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Mirrors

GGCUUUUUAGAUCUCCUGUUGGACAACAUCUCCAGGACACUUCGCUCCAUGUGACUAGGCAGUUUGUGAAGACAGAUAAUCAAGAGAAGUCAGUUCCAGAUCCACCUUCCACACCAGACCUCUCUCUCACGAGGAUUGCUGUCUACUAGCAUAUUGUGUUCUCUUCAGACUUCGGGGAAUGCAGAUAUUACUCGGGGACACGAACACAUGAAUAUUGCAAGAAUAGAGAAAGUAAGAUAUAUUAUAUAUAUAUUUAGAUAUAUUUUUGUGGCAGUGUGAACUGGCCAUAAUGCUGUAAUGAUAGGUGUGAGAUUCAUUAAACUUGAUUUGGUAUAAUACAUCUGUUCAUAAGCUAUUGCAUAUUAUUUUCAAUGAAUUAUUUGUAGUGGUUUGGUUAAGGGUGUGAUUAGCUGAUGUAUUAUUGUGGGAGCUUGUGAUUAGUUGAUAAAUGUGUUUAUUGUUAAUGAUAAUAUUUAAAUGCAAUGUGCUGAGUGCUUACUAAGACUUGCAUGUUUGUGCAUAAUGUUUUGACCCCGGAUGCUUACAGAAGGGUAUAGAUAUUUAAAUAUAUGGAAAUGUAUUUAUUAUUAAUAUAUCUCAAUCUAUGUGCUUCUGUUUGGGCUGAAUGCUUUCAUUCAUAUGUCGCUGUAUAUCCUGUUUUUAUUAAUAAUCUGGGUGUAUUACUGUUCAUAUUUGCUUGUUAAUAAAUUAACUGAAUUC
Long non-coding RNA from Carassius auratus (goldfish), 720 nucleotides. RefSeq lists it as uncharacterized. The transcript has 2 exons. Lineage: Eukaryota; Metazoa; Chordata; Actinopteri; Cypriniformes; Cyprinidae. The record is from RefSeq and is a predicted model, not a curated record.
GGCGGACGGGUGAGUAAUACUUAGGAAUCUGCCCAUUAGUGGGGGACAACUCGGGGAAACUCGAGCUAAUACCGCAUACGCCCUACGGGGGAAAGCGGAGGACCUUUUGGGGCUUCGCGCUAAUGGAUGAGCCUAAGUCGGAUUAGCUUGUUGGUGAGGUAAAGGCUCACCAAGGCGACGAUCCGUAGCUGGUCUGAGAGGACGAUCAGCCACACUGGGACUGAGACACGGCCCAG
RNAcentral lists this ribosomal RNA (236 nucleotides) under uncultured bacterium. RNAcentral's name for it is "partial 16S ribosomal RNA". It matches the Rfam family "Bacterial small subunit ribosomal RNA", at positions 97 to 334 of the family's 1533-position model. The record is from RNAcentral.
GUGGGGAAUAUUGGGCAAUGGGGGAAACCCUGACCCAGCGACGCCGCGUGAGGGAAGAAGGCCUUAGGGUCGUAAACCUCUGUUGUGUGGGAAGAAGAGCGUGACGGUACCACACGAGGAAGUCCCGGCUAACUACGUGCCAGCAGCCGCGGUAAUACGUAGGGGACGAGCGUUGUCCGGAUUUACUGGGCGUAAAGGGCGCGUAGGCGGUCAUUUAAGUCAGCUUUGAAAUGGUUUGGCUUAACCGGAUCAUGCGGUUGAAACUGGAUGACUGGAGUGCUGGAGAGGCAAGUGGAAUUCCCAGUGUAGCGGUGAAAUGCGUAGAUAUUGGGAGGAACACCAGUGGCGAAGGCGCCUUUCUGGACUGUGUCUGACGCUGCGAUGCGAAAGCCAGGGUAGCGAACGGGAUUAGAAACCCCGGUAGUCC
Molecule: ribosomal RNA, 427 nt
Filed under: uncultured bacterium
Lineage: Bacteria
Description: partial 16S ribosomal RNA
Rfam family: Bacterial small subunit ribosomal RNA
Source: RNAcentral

I put on a CD at this point. I like John Cage’s early short works on prepared piano. Still paired, I ask the students to mirror each other’s movements. But instead of having a mirror and a person, I tell them that there is no leader, that they must do unison in “floating leadership”, and alternate subtly between them as to who leads and who follows. After a while, when the players begin to sense the partner’s rhythm, his or her resistance or availability, both begin to “mirror” almost instantaneously, anticipating each other’s moves. They become as one. But it is mandatory that they sense the other person’s style, the speed with which they react, the capabilities of their bodies. No-Focus Focus is needed here, as it opens peripheral vision of the whole body in front of you, and shows where the weight is transferred, thus anticipating the next move. Empathy is needed, and a willingness to be equal rather than ahead of the other. A strong lesson is learned, without emphasizing it verbally, and a technique established that will be of great importance in the improvisation work.